I have since been informed of the change in "question of".

Thank you for the information change!

North Korean Delegate,
Tyler Simpson

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Delegate Tyler,
The resolution that was discussed at yesterdays meeting is
to take extreme measures to remove sanctions imposed by the UN in North Korea.

North Korean Delegate,
Catie Nagel

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Aisan Caucus leader Paula,

The North Korean Delegation regrets to inform you that at this time the Delegates of North Korea are protesting the sudden and delayed change in proposed resolutions. The North Korean Delegation has researched the topic of Nuclear Weapons for the past two weeks and we the Delegation as a whole strongly and actively believe that the choice of topic resolution should be in the hands of the Delegates representing the country of topic.

Out of all of this, we believe that it is our duty and in our best interest to continue researching and discussing the Nuclear Weapons topic as previously detremined.

North Korean Delegates,
Tyler Simpson
Catie Nagel
Adriano Mattos

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Delegation of North Korea, are you now in agreement with the question of? I hope everyone understood that it was not Paula or anyone who made North Korea change the topic without your consent. In fact, Catie and Adriano were there. If you have decided upon your question of please send us an e-mail so that we can confirm it! You are the ones who decide upon your topic and your question of. We apologize for any misunderstanding! Smile Good luck!

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Aisan Caucus and Chairs,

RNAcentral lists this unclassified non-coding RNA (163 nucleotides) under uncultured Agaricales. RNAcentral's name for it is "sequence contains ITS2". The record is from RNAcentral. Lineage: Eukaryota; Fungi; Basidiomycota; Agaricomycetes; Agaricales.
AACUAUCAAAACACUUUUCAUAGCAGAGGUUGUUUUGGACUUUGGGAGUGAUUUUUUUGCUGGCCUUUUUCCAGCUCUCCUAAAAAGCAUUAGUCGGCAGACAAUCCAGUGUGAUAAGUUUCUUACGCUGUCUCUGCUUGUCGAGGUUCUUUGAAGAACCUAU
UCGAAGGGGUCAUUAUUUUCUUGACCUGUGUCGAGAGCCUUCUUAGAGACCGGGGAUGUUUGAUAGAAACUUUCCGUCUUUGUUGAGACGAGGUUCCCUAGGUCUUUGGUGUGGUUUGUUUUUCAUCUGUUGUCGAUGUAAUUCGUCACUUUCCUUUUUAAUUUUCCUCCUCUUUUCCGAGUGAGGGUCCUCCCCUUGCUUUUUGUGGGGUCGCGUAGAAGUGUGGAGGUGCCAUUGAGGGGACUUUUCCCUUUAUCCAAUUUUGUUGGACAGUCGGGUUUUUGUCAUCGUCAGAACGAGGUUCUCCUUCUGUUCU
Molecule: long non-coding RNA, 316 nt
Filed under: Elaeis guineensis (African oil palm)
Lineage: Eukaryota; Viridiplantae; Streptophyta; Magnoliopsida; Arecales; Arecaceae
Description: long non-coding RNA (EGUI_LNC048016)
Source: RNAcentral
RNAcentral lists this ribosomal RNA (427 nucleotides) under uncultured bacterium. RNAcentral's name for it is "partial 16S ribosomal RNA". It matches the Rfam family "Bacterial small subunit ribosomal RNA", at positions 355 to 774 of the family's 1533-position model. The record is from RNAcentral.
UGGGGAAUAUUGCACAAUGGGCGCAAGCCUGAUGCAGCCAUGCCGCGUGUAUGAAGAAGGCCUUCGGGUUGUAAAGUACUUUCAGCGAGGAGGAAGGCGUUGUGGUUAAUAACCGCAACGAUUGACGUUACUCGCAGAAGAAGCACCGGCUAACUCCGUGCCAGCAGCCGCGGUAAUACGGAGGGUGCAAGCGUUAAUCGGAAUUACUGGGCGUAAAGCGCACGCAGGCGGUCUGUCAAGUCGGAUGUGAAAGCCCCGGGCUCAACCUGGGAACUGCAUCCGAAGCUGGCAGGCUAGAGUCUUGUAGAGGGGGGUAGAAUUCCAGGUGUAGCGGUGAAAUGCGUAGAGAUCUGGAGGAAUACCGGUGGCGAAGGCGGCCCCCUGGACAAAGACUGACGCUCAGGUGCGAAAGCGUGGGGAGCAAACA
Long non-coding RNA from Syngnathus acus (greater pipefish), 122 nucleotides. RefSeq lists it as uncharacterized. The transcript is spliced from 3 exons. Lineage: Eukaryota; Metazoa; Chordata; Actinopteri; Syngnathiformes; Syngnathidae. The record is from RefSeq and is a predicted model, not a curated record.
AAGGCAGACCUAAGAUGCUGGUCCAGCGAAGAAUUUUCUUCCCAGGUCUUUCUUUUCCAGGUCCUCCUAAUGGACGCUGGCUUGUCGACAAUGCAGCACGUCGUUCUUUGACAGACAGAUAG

If all of the Aisan Caucus is aware the North Korea will be creating a resoluton based on the topic of Nuclear Weapons and Nuclear Weapons Programs, then the North Korean Delegation agrees with the topic originally created by the Aisan Caucus and it's Chairs.

The apology will be accepted in it's fullest meaning. Also, the acceptance of an apology sent from the North Korean Delegation to the Aisan Caucus is being requested.

Thank you Chair and Co-Chair

North Korean Delegates,
Tyler Simpson
Catie Nagel
Adriano Mattos

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Delegate Tyler of North Korea,
I can see you are having certain issues upon the decision of your resolution topic. As you should be aware, my duty and Milla's is to make sure we guide you through this whole MUN process, so there are several things I would like to comment on and clarify. Firstly, I really admire the effort you're putting in to take a stance for the country you are representing; this kind of effort and even "passion" is definitely what we're looking for during the debates. However, the delegate should understand the whole point of the UN and the MUN. One of its main purposes is to create a nuclear free world. By adopting this idea to our Model UN, we intend to propose topics that are considered debatable, feasible, and that can be reached through a consensus. The delegate should keep in mind that it is highly immoral to threaten countries, through the possession of nuclear weapons, even IF it is in question of security, so it would be even more immoral to propose to end a treaty that clearly seeks for the control of these weapons. I would strongly recommend you to defend your country and its position by eliminating the current NPT and proposing a new one, that is more efficient, since as you can argue that the NPT is not being completely effective. I will be talking to you more on this tomorrow, so it can be clarified thoroughly. Thank you for your attention delegate, and always remember you're free to come up to me at anytime if you need help.